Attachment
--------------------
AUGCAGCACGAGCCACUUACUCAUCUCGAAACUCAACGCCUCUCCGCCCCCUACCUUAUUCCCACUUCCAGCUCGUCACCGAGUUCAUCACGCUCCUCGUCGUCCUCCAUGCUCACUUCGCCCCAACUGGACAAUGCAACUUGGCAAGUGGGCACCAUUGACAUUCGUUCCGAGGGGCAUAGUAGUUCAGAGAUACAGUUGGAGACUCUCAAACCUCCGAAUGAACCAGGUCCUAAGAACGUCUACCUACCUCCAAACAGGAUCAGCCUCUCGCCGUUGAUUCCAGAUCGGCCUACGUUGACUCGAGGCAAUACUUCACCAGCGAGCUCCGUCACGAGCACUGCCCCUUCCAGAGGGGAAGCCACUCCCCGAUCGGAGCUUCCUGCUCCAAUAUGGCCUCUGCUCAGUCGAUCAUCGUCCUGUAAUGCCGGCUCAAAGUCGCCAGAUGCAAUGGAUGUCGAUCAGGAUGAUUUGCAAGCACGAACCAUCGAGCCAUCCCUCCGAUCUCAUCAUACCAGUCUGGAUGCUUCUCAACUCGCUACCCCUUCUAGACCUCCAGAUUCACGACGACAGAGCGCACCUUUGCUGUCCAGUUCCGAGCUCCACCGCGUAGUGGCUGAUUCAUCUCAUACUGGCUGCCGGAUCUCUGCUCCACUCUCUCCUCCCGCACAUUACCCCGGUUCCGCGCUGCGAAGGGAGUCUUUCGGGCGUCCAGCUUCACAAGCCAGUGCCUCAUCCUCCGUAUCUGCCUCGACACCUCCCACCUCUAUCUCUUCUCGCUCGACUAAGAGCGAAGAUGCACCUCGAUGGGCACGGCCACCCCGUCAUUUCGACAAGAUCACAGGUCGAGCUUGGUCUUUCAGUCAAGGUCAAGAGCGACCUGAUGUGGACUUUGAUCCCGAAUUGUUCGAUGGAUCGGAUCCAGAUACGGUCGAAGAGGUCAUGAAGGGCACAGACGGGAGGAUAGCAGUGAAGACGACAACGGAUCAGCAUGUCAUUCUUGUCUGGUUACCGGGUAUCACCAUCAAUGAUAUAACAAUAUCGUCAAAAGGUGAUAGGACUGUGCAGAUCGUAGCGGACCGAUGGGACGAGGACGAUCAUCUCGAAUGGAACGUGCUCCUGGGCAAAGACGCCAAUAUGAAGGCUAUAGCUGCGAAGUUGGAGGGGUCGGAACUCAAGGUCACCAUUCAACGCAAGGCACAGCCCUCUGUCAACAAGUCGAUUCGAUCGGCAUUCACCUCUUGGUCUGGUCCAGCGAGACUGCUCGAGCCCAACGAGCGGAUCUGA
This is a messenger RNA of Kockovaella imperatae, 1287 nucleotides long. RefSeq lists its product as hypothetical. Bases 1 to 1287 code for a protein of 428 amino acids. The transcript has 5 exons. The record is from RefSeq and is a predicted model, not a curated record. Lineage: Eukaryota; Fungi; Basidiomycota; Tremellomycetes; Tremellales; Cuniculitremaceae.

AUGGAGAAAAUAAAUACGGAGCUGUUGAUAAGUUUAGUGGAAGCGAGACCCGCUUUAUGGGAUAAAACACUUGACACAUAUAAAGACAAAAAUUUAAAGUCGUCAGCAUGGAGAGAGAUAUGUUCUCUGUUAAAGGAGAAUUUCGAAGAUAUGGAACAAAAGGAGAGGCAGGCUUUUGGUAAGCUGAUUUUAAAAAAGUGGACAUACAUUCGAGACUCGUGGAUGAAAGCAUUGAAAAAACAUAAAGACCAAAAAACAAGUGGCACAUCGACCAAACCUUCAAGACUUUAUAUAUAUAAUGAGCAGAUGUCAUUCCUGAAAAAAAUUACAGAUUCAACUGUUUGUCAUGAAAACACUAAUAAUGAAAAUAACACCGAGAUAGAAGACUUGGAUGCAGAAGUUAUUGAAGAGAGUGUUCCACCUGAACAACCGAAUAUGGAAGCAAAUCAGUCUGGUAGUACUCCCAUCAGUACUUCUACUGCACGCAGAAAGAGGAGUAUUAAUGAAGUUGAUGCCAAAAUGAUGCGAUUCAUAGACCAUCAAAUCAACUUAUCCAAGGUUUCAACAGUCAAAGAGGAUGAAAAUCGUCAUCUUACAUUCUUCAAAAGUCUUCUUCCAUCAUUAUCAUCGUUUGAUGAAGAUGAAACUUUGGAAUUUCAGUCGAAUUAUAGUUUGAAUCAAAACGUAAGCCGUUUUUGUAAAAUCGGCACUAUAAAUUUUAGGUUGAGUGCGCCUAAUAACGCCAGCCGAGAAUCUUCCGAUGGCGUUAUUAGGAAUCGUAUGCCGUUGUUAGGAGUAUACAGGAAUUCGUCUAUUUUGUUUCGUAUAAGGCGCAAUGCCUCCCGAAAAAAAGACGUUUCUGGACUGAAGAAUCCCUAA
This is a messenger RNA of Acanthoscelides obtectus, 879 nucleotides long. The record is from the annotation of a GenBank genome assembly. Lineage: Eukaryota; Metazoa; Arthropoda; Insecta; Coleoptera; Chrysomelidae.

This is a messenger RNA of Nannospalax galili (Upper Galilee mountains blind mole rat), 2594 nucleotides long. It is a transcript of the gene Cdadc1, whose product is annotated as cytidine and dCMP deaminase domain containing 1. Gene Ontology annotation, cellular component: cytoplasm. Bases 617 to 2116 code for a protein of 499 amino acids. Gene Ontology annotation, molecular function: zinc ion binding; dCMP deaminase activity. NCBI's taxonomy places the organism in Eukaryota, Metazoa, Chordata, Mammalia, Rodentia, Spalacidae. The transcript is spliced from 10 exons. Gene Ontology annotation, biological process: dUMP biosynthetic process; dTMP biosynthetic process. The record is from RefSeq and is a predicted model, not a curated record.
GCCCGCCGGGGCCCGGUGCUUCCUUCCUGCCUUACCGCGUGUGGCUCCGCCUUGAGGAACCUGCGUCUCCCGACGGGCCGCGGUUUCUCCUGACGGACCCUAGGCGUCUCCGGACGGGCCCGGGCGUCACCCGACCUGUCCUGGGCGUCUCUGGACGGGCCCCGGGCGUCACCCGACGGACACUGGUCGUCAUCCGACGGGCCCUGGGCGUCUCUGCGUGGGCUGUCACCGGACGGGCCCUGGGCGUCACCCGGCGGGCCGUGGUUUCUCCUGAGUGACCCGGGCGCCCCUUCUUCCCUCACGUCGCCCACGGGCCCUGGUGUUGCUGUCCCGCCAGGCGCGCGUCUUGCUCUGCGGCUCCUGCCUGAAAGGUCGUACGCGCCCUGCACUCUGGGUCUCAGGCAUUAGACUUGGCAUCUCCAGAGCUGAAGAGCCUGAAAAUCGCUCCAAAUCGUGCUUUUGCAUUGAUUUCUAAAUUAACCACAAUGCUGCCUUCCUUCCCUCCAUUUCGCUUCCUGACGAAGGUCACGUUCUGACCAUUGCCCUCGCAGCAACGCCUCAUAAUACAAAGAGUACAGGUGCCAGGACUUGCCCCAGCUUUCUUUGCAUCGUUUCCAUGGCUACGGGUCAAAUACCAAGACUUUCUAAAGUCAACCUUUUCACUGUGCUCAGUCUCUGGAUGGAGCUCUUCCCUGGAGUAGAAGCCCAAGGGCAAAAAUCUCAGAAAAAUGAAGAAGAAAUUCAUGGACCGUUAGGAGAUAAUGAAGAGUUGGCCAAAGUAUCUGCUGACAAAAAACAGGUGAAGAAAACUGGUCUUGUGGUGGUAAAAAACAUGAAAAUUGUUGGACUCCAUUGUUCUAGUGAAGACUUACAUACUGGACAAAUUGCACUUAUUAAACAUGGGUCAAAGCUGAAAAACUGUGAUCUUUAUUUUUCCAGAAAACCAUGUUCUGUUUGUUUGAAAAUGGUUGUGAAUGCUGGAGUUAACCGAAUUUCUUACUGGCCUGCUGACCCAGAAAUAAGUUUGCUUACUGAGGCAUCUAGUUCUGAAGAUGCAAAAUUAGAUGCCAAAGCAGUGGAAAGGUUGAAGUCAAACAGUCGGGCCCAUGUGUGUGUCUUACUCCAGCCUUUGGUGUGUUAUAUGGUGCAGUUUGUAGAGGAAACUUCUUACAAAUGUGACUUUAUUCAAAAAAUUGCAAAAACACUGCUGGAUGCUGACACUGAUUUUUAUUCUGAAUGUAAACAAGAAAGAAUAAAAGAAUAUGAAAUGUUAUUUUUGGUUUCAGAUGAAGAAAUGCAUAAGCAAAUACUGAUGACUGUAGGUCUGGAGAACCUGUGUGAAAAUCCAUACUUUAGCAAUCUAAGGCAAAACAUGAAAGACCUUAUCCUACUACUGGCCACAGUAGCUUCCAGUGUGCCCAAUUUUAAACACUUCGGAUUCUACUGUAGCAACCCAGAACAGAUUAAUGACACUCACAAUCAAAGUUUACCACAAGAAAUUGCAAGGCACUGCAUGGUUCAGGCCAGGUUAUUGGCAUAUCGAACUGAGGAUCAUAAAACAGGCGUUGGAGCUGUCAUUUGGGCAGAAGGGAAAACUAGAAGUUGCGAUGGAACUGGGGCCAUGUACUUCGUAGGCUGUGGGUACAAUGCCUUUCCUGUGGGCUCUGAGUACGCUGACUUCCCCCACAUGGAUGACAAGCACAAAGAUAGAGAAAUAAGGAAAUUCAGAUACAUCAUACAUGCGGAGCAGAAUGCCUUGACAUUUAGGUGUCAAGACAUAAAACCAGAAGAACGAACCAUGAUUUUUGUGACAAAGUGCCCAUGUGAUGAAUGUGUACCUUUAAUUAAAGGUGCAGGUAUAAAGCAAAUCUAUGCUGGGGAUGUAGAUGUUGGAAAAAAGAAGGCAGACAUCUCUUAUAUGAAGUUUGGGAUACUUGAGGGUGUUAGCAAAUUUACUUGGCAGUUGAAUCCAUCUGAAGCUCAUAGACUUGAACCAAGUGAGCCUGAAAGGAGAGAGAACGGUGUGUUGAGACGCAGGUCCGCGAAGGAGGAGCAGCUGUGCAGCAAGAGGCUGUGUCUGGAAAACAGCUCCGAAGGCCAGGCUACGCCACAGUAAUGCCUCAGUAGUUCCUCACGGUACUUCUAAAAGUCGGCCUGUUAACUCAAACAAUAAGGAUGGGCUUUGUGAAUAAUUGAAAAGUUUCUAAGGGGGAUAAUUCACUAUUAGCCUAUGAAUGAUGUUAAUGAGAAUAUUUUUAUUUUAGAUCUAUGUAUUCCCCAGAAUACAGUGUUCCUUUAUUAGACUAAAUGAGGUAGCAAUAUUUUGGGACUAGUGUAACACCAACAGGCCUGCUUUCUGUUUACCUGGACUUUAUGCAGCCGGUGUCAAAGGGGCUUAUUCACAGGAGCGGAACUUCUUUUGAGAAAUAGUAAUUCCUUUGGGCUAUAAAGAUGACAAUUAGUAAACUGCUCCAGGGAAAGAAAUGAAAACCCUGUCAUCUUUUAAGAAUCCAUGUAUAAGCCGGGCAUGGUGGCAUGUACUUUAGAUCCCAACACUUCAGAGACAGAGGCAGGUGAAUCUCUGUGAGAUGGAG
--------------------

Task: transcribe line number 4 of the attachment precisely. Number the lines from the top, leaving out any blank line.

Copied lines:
This is a messenger RNA of Acanthoscelides obtectus, 879 nucleotides long. The record is from the annotation of a GenBank genome assembly. Lineage: Eukaryota; Metazoa; Arthropoda; Insecta; Coleoptera; Chrysomelidae.